Human Touch

DFG BA 8281/1

The field of vision research has advanced significantly through the use of biologically inspired coding models, particularly in understanding population receptive fields (pRFs). These pRFs, modeled from extensive fMRI data, provide detailed insights into the position, size, shape, and structure of receptive fields, enabling a thorough analysis of variations between conditions, populations, or brain areas.
Despite challenges in systematically stimulating the skin, research in both monkeys and humans has revealed small and reliable body maps in the primary somatosensory cortex (S1). These maps can be influenced by attention and even triggered by observing touch which underscores their cognitive importance. As a result, population receptive field modeling emerges as the preferred method for investigating how tactile information is represented in different body areas of the primary somatosensory cortex (S1). This understanding is crucial for decoding the neural mechanisms underlying human tactile perception, which include aspects such as location, distance, size, shape, texture of whole objects.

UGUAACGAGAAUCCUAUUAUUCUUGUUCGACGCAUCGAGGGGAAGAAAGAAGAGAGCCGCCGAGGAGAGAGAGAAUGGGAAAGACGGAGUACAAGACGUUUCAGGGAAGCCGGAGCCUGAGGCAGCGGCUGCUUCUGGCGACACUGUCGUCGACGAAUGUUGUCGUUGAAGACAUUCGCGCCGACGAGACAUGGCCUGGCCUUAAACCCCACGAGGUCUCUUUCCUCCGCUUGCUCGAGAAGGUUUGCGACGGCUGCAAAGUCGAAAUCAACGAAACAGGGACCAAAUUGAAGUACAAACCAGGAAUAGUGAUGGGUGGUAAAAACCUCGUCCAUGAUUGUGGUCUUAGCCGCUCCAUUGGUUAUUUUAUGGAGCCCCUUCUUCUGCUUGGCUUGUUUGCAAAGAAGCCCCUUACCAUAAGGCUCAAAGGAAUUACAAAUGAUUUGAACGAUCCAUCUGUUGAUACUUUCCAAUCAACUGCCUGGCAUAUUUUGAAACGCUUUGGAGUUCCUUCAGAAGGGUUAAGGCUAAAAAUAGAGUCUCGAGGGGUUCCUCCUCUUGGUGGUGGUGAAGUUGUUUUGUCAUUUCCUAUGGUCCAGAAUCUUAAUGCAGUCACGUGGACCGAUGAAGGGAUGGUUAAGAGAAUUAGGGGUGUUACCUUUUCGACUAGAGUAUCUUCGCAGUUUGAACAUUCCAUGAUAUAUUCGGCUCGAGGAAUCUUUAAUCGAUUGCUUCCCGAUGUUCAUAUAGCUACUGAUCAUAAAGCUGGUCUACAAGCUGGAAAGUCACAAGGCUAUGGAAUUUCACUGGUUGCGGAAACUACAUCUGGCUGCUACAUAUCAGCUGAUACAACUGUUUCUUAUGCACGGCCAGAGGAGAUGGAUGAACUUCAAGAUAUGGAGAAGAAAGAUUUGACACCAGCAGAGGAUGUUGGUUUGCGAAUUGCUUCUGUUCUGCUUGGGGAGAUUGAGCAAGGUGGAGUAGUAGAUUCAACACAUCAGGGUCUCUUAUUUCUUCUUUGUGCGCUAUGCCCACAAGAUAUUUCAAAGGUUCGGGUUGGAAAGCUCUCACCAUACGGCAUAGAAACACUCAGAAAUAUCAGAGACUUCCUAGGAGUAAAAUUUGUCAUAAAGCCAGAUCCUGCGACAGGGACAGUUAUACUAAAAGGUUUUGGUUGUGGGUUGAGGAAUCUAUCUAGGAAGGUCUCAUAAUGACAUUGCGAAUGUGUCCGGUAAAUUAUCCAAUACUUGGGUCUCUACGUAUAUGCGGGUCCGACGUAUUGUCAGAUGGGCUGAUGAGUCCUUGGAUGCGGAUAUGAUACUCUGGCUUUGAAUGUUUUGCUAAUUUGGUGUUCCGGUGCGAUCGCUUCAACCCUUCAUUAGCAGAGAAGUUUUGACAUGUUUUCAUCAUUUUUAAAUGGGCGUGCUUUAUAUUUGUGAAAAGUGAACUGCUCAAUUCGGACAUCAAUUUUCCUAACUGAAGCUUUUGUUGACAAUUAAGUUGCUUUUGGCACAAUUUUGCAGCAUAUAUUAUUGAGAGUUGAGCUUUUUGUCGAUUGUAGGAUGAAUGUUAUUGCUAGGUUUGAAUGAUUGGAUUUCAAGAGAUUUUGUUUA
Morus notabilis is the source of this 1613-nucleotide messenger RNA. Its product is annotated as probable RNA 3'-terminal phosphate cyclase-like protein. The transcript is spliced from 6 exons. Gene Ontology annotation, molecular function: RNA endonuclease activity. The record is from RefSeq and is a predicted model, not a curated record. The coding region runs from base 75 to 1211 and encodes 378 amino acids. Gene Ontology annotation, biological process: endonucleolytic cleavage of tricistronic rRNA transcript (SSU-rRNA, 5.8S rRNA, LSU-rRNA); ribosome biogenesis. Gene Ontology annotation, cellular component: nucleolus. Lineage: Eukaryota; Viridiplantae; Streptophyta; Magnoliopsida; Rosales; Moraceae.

In a collaborative three-year project with Esther Kühn, we will leverage novel stimulation devices and sub-millimeter fMRI measurements at 9.4 T for 2D pRF modeling. Our research aims to unravel the properties of 2D pRFs on the fingers in human S1, explore variations in 2D pRF properties between fingers, palm, and forearm, and investigate the potential of using 2D pRFs to decode sensory perceptions. Additionally, we will develop a new toolbox, 'SamSrf-Touch,' building upon the existing 'SamSrf' toolbox created by Prof. Dr. Sam Schwarzkopf, to facilitate broader scientific exploration of the fine-grained architecture of human tactile maps through controlled analysis routines.


Esther Kühn. Hertie Instiute for clinical brain research. University of Tübingen.

Jonas Bause. Department High-Field Magnetic Resonance, Max Planck Institute for Biological Cybernetics, Tübingen, Germany

Go to Editor View